|For immediate release|
The Federal Reserve Board announced on Tuesday that it will not, over the near term, incorporate two policy options into its longer-term Payments System Risk (PSR) policy plan. The Board will, however, continue to analyze the benefits and potential drawbacks of a two-tiered pricing regime for daylight overdrafts.
For the foreseeable future, the Board will not pursue a policy that: 1) lowers self-assessed net debit caps and eliminates two-week average caps or; 2) rejects all payments with settlement-day finality that would cause an institution to exceed its daylight overdraft capacity level.
A daylight overdraft occurs when a depository institution's Federal Reserve account is in a negative position at any time during the business day. An institution's net debit cap refers to the maximum dollar amount of uncollateralized daylight overdrafts that it may incur in its Federal Reserve account.
The Board will continue to study a two-tiered pricing regime for daylight overdrafts in which institutions that pledge collateral to the Reserve Banks would pay a lower fee on their collateralized daylight overdrafts than on their uncollateralized daylight overdrafts.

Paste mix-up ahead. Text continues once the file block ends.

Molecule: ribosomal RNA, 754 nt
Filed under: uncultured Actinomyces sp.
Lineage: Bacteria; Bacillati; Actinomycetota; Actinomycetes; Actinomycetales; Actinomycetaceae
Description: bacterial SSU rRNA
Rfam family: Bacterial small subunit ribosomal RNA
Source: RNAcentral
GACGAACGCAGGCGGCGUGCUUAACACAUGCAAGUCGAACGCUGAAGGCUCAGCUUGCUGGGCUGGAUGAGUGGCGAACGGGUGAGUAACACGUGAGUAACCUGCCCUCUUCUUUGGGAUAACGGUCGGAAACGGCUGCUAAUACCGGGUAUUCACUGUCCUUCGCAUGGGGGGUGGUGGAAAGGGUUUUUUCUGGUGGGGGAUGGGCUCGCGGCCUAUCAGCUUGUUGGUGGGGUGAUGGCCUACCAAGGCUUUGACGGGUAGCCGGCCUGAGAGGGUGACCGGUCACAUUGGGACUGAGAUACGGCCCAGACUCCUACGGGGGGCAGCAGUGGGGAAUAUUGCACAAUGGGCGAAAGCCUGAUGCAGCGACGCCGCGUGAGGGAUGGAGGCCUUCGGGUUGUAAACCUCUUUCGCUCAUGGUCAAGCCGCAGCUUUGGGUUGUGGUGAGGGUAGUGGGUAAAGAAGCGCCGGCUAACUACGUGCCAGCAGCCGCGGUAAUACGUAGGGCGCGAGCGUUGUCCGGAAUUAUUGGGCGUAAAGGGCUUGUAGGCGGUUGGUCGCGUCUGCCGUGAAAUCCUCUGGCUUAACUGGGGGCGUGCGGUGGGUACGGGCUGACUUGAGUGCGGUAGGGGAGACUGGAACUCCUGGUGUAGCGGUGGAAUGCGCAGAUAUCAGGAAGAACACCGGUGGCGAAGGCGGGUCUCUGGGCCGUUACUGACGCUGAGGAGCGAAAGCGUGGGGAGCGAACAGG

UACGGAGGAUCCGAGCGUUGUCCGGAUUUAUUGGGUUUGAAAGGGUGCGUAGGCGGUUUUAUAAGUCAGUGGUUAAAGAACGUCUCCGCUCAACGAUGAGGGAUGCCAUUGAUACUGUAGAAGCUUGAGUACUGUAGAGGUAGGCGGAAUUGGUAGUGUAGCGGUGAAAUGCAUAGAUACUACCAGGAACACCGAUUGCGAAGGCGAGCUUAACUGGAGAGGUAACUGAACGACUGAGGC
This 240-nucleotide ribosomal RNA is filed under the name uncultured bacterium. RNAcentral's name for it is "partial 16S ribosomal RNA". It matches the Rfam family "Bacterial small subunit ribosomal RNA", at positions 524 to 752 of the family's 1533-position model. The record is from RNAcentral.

The Board requested comment on these proposed modifications in June 2001 following a broad review of its PSR policy. At the conclusion of the comment period, the Board made several changes to the policy including allowing depository institutions to pledge collateral to the Federal Reserve in order to access additional daylight overdraft capacity above their net debit cap levels and modifying the criteria used to determine a foreign banking organization's U.S. capital equivalency measure.
The Board is now focusing on the potential longer-term direction for the PSR policy.
The Board's notice is attached.
2002 Banking and consumer regulatory policy